by Maria-Jose Alvear
For more than fifteen years, extreme left-wing governments have ruled several countries in South America in an attempt to combat extreme inequality, poverty and concentration of income. Recently, however, an inadequate management of the economy has caused recessions and social unrest in countries run by populist administrations. The outcomes of two important elections at the end of 2015 – the presidential election in Argentina and the parliamentary elections in Venezuela – may provide the necessary fresh air to redirect the region’s political spectrum.
To understand the effects of both processes, the political and economic background is needed. Former president of Argentina, Cristina Fernández de Kirchner, remained in office for two terms, terms characterized by conflicts with trade unions and the press. A marked division between the government’s followers and opponents polarized the society, and freedom of the press was limited and controlled by the government. Weekly television broadcasts intended to criticize the opposition and emphasize the media’s distortion of the president’s words were much used as well.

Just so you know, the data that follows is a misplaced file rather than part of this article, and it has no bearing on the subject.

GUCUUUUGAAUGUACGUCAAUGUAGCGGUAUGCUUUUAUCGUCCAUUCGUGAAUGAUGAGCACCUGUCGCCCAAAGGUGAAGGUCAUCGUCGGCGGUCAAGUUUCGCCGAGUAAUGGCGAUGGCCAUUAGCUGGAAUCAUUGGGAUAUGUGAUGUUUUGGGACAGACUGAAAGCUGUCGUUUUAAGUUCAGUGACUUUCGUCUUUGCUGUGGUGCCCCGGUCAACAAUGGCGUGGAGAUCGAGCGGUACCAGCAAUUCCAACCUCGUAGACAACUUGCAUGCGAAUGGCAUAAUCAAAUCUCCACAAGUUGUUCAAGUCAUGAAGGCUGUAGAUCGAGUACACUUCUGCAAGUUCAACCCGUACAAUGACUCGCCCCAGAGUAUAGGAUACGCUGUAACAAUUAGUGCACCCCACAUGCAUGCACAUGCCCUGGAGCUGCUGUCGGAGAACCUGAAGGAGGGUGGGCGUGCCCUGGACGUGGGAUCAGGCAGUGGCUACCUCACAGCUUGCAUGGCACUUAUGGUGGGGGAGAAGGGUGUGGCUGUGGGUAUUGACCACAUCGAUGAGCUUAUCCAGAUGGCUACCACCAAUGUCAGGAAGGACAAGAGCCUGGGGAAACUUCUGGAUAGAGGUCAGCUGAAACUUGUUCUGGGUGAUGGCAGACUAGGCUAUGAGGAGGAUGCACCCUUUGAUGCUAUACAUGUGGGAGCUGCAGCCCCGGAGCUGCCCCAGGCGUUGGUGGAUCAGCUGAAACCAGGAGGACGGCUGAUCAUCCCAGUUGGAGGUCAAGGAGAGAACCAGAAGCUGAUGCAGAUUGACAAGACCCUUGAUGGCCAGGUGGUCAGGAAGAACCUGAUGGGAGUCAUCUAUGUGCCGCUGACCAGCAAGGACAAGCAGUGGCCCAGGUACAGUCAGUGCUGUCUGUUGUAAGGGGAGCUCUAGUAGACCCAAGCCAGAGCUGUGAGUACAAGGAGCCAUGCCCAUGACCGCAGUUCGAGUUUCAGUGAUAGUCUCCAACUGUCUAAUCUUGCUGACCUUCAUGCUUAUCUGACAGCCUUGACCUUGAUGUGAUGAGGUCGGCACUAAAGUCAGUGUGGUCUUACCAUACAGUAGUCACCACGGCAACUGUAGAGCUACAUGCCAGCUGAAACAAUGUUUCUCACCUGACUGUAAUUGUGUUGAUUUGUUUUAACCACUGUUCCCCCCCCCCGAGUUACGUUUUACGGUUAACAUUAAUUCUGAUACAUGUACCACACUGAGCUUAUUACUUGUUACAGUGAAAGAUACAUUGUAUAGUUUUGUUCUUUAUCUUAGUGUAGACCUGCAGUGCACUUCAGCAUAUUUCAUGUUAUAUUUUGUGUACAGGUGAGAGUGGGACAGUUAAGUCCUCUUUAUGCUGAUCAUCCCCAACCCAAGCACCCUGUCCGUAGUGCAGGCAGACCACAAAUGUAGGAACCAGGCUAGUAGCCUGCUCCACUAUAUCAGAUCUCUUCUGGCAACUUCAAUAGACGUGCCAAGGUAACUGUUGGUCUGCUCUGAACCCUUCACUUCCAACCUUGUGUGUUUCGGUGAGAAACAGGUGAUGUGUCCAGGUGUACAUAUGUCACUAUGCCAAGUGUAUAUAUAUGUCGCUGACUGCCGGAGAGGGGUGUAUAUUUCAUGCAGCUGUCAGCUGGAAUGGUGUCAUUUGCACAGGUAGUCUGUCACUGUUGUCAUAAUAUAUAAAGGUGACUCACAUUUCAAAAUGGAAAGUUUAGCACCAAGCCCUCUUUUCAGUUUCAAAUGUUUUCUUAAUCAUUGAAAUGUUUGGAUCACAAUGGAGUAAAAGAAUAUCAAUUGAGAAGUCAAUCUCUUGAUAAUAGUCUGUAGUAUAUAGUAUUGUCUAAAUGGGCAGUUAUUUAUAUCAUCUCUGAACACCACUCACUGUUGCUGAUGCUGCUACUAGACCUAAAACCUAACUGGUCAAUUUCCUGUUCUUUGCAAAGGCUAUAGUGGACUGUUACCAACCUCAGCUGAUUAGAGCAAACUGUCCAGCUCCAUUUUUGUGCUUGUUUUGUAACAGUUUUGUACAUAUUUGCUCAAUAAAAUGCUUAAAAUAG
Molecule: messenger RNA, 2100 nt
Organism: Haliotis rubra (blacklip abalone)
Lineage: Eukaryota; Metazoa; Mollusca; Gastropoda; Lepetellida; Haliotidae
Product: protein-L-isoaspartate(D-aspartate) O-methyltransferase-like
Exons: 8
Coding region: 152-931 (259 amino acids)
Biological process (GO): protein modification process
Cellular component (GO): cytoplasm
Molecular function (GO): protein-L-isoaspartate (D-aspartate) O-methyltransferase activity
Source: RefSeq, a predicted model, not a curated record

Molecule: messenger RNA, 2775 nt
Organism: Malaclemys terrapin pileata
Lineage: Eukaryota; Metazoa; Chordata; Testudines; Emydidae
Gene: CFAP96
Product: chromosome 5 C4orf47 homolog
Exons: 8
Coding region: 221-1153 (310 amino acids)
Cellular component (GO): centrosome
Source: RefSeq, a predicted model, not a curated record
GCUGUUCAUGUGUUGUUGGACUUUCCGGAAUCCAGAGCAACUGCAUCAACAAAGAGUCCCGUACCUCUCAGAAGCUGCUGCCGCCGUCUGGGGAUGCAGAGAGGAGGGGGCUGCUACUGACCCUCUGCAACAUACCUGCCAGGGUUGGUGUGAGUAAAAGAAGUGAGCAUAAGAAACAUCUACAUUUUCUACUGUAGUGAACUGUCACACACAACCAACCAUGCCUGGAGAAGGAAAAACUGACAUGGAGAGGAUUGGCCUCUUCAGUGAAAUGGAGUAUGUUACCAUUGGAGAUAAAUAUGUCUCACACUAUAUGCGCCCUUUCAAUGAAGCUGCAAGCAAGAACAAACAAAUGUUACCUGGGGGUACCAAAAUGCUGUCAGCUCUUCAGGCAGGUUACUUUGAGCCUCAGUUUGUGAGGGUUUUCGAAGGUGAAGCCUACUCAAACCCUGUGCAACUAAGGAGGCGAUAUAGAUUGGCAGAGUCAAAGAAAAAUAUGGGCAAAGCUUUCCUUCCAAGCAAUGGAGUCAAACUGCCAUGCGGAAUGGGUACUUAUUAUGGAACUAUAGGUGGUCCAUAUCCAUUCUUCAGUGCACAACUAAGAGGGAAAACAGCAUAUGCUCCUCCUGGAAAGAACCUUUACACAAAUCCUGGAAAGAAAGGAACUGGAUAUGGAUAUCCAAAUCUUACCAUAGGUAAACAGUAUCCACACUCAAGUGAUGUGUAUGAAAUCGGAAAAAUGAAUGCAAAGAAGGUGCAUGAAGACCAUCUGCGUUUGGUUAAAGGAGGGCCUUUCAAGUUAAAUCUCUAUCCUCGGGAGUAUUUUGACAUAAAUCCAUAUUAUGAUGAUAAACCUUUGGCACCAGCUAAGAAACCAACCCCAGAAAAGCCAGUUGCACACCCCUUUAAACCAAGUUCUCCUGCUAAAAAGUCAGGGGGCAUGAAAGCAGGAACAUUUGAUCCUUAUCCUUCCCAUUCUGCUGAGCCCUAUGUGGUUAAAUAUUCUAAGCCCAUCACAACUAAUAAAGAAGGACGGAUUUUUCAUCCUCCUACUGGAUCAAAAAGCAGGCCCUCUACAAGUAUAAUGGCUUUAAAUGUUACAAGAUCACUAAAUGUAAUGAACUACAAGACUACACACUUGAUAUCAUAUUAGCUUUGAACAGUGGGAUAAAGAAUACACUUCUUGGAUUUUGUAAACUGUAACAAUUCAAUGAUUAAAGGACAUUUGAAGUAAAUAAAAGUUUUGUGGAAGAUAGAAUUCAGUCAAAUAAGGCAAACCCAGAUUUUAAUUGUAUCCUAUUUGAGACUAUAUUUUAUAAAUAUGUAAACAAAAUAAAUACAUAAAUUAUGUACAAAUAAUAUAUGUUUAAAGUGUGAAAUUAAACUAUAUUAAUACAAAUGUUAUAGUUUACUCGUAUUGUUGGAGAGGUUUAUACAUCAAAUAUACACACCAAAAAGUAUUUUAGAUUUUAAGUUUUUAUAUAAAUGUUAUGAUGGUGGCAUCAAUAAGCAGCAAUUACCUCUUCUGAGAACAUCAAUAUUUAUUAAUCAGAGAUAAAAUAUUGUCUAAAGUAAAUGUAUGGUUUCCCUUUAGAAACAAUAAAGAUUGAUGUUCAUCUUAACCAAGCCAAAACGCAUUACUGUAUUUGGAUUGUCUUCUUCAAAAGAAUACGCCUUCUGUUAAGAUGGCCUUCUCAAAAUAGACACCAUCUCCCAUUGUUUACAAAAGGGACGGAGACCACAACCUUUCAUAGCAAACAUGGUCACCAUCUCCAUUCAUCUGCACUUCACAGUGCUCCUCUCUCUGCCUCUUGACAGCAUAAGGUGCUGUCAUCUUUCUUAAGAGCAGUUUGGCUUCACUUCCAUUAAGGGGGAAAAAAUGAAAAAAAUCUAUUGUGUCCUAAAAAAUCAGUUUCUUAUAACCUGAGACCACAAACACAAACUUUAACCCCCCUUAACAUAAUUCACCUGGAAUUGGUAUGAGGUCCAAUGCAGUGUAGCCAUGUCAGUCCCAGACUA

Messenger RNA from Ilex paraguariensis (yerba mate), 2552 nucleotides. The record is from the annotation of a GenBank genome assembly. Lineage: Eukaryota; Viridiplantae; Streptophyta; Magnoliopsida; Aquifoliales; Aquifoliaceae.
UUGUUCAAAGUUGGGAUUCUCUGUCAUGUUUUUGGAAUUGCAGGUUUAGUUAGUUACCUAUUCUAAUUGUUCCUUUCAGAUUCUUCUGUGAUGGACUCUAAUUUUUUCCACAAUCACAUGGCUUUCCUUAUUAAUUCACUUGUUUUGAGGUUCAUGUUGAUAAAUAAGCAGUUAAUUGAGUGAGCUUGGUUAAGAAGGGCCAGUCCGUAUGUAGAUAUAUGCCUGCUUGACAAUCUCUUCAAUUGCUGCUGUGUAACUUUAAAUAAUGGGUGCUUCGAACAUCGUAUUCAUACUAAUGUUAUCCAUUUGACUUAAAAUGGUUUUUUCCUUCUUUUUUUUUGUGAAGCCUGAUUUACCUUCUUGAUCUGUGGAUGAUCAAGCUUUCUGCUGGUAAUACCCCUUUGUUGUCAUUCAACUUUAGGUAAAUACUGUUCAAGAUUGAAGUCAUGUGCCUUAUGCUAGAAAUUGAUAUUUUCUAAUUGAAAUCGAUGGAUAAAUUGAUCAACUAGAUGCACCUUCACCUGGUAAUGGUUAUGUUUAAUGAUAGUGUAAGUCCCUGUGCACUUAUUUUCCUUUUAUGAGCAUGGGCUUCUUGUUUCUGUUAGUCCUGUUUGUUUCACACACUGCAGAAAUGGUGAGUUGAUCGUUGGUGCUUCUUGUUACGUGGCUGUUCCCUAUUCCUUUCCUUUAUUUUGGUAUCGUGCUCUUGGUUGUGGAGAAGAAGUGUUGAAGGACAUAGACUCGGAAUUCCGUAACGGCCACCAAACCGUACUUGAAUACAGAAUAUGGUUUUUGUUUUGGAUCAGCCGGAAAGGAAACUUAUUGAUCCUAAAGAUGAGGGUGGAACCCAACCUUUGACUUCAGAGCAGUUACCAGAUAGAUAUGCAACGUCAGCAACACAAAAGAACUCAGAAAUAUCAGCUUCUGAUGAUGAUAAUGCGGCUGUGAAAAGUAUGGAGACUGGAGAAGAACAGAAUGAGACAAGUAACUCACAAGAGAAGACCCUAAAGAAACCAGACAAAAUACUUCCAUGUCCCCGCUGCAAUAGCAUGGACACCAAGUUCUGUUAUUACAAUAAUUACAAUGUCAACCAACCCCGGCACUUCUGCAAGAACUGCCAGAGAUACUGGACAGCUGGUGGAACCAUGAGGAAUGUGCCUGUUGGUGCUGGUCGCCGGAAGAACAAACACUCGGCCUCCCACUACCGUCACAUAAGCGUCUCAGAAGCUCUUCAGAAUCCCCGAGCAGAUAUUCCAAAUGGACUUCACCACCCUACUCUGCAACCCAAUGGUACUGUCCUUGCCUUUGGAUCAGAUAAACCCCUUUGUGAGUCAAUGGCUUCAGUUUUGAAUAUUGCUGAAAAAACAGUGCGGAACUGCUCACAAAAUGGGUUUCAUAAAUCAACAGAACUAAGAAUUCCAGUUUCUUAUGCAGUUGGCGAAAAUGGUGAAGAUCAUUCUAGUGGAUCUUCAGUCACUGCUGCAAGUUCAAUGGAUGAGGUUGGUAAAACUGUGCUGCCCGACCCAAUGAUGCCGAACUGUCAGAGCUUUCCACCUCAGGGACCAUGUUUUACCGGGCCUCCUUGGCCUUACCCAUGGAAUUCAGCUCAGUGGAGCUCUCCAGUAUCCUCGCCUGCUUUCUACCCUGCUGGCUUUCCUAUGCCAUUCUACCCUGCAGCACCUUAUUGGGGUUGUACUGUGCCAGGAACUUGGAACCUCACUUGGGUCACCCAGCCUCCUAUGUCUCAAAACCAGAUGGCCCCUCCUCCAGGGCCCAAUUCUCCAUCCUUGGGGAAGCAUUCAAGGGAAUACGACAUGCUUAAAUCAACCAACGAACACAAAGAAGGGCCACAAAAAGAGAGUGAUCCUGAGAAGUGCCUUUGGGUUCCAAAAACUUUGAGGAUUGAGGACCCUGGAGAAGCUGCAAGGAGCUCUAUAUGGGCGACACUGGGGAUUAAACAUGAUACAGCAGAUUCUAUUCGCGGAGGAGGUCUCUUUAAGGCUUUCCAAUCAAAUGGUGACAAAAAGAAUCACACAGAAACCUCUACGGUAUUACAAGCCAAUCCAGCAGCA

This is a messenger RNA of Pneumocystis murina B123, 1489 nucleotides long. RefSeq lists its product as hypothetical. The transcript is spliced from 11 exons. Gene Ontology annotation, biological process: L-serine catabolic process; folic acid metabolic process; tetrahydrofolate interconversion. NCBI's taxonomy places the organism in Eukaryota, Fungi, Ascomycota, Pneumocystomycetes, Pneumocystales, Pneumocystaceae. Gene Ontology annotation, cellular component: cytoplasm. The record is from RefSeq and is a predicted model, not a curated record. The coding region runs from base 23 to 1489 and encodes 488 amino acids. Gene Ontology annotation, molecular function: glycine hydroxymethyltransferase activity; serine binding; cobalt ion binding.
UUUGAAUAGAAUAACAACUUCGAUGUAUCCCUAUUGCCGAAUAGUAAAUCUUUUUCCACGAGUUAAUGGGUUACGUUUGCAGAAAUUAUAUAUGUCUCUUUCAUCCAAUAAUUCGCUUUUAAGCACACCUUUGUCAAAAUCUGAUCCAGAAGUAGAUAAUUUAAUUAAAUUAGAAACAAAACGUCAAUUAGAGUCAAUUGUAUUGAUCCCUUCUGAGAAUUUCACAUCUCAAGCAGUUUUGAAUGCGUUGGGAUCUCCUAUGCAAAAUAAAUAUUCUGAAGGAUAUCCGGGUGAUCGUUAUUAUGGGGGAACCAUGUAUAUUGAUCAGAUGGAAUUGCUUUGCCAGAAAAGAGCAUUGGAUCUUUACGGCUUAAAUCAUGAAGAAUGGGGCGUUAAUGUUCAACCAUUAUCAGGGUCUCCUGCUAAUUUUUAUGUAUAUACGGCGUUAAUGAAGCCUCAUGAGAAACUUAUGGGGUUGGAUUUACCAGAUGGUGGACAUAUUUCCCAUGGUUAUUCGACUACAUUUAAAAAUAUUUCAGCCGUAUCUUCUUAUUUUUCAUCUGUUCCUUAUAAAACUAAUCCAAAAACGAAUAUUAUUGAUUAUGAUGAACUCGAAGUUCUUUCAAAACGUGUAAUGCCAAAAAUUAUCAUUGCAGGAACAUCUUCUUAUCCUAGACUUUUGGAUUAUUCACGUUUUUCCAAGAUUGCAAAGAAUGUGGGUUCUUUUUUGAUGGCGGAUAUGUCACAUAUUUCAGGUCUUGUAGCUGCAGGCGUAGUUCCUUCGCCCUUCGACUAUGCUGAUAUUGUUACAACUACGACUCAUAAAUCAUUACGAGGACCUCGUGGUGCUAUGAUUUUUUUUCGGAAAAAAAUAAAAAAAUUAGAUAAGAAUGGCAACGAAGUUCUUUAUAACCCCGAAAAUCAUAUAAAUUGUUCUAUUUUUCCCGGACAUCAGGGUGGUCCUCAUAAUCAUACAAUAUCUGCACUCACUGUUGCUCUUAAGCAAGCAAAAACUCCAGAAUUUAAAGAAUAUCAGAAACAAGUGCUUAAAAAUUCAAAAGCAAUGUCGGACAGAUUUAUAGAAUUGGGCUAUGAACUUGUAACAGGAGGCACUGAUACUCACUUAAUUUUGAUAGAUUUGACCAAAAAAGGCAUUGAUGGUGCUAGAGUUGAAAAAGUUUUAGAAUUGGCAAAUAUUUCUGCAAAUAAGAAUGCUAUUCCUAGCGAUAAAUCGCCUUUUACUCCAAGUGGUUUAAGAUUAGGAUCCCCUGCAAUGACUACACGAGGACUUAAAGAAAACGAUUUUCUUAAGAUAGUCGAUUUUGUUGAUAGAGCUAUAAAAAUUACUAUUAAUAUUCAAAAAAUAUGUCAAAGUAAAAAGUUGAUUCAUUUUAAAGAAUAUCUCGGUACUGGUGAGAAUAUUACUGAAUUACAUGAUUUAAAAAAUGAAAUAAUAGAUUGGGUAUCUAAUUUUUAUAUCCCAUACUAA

©Rodrigo Soldon, flickr
In 2007, Argentina was among the countries with the highest inflation in the world. The government, however, later interfered with the work of the National Institute of Statistics, and since then official inflation figures were kept on average under 10%, whereas consultant firms calculated inflation rates of 24%. In February 2013, the International Monetary Fund (IMF) issued a censure declaration against Argentina due to the lack of precision of its economic indicators. The government’s persistent disregard of inflation led to a split with trade unions, an appreciation of the Argentinean Peso and a decrease in competitiveness and capital outflow.
As a response to non-conformity, on November 22, 2015, Argentinean voters decided to put an end to more than twelve years of populist governments. For the first time since their return to democracy, Argentines elected a center-right candidate, Mauricio Macri, as the new President. With Macri’s triumph over the governing-party candidate, all eyes turned to the elections that followed. On December 6, 2015, the opposition to the government of Nicolás Maduro, President of Venezuela, won the majority of seats in the National Assembly. This outcome represents a fundamental change for the legislative power, which has been extremely left-wing since the late President Hugo Chavez took office in 1999. The opposition claimed 112 of the 163 seats in the Assembly, an absolute majority that may help to balance the government’s power and eventually defeat Chavism.